Working to ease patients’ pain at NUMC


A pain clinic that was launched at Nassau University Medical Center in East Meadow in September 2020 has grown over the last year and a quarter. The clinic, which started with eight patients a week, now has 30 to 35, NUMC doctors said.

NUMC’s Interventional Pain Clinic, launched by Dr. Paul Weinberg, of the Department of Anesthesiology, and Dr. Paul Pipia, of the Department of Physical Medicine and Rehabilitation, offers multidisciplinary treatments to help reduce and eliminate pain without medication.

“We’ve had a lot of success with the clinic,” Pipia said. “We don’t have many patients on advanced pain medication now. Our goal is to get them off of pain medication and get them back to a more productive life.”

“There was a growing need for alternative pain treatment options,” he said, “and we were missing that part.”

The clinic combines the knowledge of physicians from the departments of Physical Medicine and Rehabilitation, Anesthesiology, Neurosurgery and Musculoskeletal Radiology.

“A lot of patients who we deal with don’t have access to this care elsewhere,” Weinberg said. “. . . The benefit that we have is that any patient in the hospital is easily referred to us.”

Once patients have been evaluated, their treatments are decided after doctors consider the severity and tenacity of the pain. Instead of ingested medicines, treatments can include topical medications, minimally invasive procedures like joint injections and implantable devices, spinal and epidural injections, cryotherapy (cold therapy), stem-cell therapy, medication management, and physical therapy and rehabilitation.

“Our approach is not to be using narcotics but to use other medicines such as numbing medications and steroid medications to solve the problem rather than using narcotics,” Pipia said.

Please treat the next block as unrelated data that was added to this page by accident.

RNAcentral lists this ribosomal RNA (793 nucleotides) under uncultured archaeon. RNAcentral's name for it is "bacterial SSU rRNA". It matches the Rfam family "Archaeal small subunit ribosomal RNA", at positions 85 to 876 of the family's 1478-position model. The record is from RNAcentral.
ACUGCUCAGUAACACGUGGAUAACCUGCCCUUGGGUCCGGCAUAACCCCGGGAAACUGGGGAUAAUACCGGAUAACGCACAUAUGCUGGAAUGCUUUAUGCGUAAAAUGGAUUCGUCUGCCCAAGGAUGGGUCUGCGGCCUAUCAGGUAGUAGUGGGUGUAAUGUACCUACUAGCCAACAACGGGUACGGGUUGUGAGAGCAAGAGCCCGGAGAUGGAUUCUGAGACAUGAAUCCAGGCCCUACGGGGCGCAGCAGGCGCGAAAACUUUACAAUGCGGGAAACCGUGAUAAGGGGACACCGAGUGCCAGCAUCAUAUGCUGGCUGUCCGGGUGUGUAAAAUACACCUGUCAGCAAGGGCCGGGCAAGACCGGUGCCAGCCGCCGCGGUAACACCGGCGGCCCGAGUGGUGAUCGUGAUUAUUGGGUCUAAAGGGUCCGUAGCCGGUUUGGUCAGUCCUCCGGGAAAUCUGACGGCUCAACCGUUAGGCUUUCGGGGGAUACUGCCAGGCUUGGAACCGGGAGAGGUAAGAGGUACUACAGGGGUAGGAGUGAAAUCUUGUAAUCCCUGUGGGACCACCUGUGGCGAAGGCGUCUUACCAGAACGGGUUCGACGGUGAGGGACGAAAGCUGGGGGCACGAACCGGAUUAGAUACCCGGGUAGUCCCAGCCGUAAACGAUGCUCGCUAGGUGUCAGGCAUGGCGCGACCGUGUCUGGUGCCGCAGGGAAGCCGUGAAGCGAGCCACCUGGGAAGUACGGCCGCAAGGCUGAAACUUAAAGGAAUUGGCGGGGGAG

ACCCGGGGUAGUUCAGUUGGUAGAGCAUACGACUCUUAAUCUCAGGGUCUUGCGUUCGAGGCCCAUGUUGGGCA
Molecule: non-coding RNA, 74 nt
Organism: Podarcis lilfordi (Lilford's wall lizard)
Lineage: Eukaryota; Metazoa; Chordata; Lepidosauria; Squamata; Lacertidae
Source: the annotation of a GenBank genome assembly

Both the clinic’s director and attending physician, Dr. Vinay Kudur and Dr. Matthew Spiegal, respectively, are trained anesthesiologists who can provide different levels of anesthesia and sedation to ease pain or fear before and during procedures.

Kudur’s role as clinical director is to see patients, schedule consultations and ensure that all runs smoothly. “We make sure that every single service in the hospital is aware that we’re there,” he said. “We make sure that our services are accessible to everybody.”

The clinic, which is on NUMC’s ground floor, is across from the physical therapy department, a short distance away, for patients who might need PT. The clinic also helps schedule follow-up treatments and offers easy access to X-rays, MRIs and CTs. And clinic doctors can refer patients to the Department of Neurosurgery for those with chronic pain that do not respond to treatment.

Opening the clinic amid the coronavirus pandemic has been challenging, Kudur said. “It definitely affected how many patients we had right off the bat,” he said, “but by word of mouth our patient numbers have grown.”

The clinic accepts all patients, regardless of insurance status, and offers a sliding fee scale depending on patients’ ability to pay. “We want to make sure that people know that this is a service that is available to them,” Kudur said. “Most people associate medical specialties with increases in costs, but we make this available for people without insurance or with not a lot of insurance.”